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A reader points me to a critic who thinks that in yesterday’s post about the debt ceiling I played fast and loose with budget numbers:

To me, the most damning part of this article was what the Author determined that our Government would fund. Mainly, Social Security, Medicare, interest debt, and some defense spending. According to the article, these items would take up the entire revenue stream? Yet, by the design of the programs, Social Security and Medicare are supposed to be self sufficient….The truth of course, is that the left is simply being loose with the facts. Social Security and Medicare do not use up as much revenue as this article would like you to believe.

Actually, they use up more. In fact, this whole post is worth a response since most people don’t have a very good understanding of where federal revenue comes from and where it goes. But the basic figures are all easily accessible from the OMB and a few other sources, so here’s a quickie summary for 2011:

  • Social Security: Roughly speaking, Social Security is self sufficient. So yes, we can assume that even if the debt ceiling isn’t raised, dedicated payroll taxes will be enough to keep the program going.
  • Medicare: Medicare gets about half its financing from dedicated payroll taxes and premiums. However, the non-hospital portion, which costs about $250 billion per year, comes out of the general fund.
  • Defense + Veterans Benefits: Using the narrowest definition of national defense, this costs about $900 billion per year.
  • Interest on the debt: About $200 billion per year.

So excluding the parts of Social Security and Medicare paid for out of dedicated payroll taxes, here’s what comes out of the general fund: $250 + $900 + $200 = $1,350 billion.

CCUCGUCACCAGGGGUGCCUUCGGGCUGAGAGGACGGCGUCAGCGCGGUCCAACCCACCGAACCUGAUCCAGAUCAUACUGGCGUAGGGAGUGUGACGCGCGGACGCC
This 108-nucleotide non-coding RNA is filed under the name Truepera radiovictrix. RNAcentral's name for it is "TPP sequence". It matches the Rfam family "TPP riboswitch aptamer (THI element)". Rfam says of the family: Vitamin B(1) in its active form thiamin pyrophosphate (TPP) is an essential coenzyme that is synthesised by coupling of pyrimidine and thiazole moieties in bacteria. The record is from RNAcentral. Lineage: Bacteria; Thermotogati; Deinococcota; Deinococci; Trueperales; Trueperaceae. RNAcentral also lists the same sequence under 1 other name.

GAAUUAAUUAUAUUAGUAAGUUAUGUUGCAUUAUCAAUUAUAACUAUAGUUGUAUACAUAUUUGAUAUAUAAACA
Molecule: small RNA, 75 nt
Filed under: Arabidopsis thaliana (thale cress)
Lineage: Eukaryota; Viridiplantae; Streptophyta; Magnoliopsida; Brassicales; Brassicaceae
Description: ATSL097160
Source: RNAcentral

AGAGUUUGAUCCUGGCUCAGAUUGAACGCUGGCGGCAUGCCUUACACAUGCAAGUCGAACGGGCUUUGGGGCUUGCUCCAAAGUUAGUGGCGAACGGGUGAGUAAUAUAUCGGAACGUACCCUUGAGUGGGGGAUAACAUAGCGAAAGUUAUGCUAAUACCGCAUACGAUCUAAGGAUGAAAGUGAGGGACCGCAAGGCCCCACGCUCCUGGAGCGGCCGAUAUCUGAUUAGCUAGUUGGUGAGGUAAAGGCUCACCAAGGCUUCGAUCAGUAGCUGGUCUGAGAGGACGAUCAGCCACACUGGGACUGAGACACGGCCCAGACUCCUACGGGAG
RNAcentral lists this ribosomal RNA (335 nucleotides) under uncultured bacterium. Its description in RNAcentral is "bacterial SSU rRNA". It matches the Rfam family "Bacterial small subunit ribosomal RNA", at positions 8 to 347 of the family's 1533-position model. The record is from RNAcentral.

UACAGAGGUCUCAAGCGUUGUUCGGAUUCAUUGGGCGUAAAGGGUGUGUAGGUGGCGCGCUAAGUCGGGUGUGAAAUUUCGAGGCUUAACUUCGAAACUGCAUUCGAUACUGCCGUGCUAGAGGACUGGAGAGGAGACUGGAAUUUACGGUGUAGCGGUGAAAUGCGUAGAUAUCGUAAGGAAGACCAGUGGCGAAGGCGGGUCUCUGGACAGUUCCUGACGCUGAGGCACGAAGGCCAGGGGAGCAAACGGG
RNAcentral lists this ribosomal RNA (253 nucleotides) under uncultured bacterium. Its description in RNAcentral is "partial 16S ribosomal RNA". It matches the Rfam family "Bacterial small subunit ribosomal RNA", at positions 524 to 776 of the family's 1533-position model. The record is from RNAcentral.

Now for taxes. Excluding dedicated payroll taxes for Social Security and Medicare, here’s roughly where our money comes from:

  • Individual income taxes: $950 billion.
  • Corporate income taxes: $200 billion
  • Other taxes: $200 billion

That comes to $1,350 billion. In other words, aside from payroll taxes, our entire tax base — income taxes, excise taxes, estate taxes, customs duties, everything — is just barely enough to pay for our military, the non-hospital part of Medicare, and interest on the debt. Finis. If you want to fully fund those parts of government, as most tea partiers do, and if you also want to force an immediate balanced budget by not raising the debt ceiling, as most tea partiers do, you literally have to zero out the entire rest of the federal government. No Medicaid, no FAA, no border patrol, no FBI, no embassies, no highways, no disaster relief, no SEC, no court systems, no prisons, no national parks, no CIA, no school lunches, no medical care for children, no SNAP, no flood control, no student loans, no medical research, no nothing. You get Social Security, Medicare, the military, and interest on the debt. That’s it.

Capiche?

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It's unlike anything we've done, and we have seed funding to get started, but we're looking to raise $500,000 from readers by July when we'll be making key budgeting decisions—and the more resources we have by then, the deeper we can dig. If our plan sounds good to you, please help kickstart it with a tax-deductible donation today.

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Clara Jeffery, Editor-in-Chief

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